Prior to the usual visit at the Consulate General of Indonesia in Al Hudaiba, Dubai and after their family time with Allah, the Wardanis are going to break their fast and relish company in the midst of a menu of three traditional dishes from their homeland.

The main spotlight is on the Opor Ayam (traditional chicken in coconut milk dish) served on special occasion like the Eid Al Adha and Indonesian Independence Day.

Rendang Daging (spicy meat dish from Minangkabau, West Sumatra), Lontong Sayur Medan (rice cake served with shredded chayote, tempe, tofu, hard-boiled egg, sambal and krupuk) complete the family bonding.

The lady of the house is looking forward to the visits with relatives the rest of the day.

The kitchen of former teacher-housewife-mother of three Rozaini Abu Mansor will be ambrosial at least a day prior to the Eid for the following Malaysian dishes: Nasi Impit (rice with peanut sauce), Randang, Nasi Lemak (rice with coconut sauce to be eaten with spicy anchovies, and Satay.

As their home has become an open house for any sojourner, Eid Al Adha 2017 for the family will again be a joyous occasion with friends from their motherland as well as their children’s classmates from Sharjah University, the Wellington Academy in Dubai and direct from New Zealand where a son is taking up post-graduate studies in Auckland.

Abu Mansor volunteered: “It is our practice to buy new clothes especially for the kids. We do this every year because we want to encourage the next generation to adhere to our Malaysian customs and Muslim tradition.”

Jumar Taurac and his wife Inshira will also be buying new clothes—kandura and abaya—for themselves and a new dress for their four-month old daughter on the eve of Eid.

The Dubai Health Authority employee turned nostalgic when asked about the Arafat Day and the Eid Al Adha, saying that as an expatriate, “it is not easy to be away from our families and the comfort of our own home.

“However, during Eid, we do our best to make the most of it. The day is not only about fun, food and gifts. We should not forget our prayers and helping others.”

Taurac explained that as Arafat Day is dedicated to prayers and fasting, Eid Al Adha will both be a day for prayers and feasting with fellow Muslims and non-Muslims.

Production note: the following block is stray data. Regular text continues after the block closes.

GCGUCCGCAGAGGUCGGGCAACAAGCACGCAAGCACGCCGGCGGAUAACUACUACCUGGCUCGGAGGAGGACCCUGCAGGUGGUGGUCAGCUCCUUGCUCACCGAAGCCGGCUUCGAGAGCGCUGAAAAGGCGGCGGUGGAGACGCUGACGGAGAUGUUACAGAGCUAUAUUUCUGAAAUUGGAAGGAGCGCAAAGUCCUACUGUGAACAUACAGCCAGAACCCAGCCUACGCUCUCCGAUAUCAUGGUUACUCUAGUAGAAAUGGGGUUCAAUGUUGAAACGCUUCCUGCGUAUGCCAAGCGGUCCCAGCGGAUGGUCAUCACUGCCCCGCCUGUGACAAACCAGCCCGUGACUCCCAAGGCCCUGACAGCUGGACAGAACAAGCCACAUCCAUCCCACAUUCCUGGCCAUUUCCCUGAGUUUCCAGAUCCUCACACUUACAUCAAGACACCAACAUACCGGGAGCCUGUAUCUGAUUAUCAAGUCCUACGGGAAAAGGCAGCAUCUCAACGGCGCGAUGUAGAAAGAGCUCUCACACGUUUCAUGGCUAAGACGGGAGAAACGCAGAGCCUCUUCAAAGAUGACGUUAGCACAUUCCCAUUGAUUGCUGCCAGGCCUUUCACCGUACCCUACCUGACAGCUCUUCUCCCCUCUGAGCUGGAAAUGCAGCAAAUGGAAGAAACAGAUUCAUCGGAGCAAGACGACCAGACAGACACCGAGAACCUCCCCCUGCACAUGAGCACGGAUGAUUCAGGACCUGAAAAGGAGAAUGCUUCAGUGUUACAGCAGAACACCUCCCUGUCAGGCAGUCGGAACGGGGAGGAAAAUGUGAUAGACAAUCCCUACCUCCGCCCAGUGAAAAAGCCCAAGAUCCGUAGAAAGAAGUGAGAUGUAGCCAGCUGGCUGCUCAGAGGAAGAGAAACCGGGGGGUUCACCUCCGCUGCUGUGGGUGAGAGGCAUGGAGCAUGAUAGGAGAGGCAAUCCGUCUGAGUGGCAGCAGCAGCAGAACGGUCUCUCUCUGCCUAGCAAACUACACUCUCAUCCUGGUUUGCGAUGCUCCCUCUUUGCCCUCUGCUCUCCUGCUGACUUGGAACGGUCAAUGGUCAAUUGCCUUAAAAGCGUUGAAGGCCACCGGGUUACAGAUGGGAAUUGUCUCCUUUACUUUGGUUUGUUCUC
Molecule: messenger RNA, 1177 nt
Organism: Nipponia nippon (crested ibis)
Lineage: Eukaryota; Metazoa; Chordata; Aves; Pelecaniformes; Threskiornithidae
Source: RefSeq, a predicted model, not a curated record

“We arrange a potluck party. Being Maranaos, we usually prepare our special dishes of Manok Piaparan and Beef Randang. These bring us memories of our Eids back home in the Philippines, particularly in Marawi City which is now a war zone, unfortunately.”

He raised the red flag though for their authentic “very spicy” appetizer Palapa: “For the non-Maranaos please be careful when you eat this.”

Of course, there will be the variety of rice cakes from all over the Philippines aside from the seemingly unceasing conversations and games like the tug-of-war, hataw sa palayok (break the pot), basketball and sack race.

“We have exchange gifts as a sign of love and Sunnah (practice) of the Prophet Mohammad; may peace and blessings be upon him.”

1 comment:

Paul Rockower said...

Yes, I got to experience Eid al-Adha, aka Eid al-Kabir (the big sacrifice) in a most interesting way. Here in Morocco, everyone sacrifices sheep. On the day of the sacrifice, the streets are filled with burning sheep heads. They carve up a whole sheep and eat it as a family (not all at once). I have eaten a lot of sheep guts of late, as a gesture of kind hospitality. Sheep guts cooked in olive oil, garlic and cumin is quite a delicacy.

Years ago, I got to be experience Eid al-Kabir with my Moroccan host family. We had a sheep living in our apartment for 2 days. The first day, I wondered how I could be party to the slaughter--then the sheep kept me up all night with its bleating, and I was ready for the sacrifice.

My host family cured the sheep skin and gave it to me as a fluffy rug present. When I arrived back in NY to customs, the customs agent asked me about the rug:

"What is this?"

"I ate him."

"Um....ok, you can go."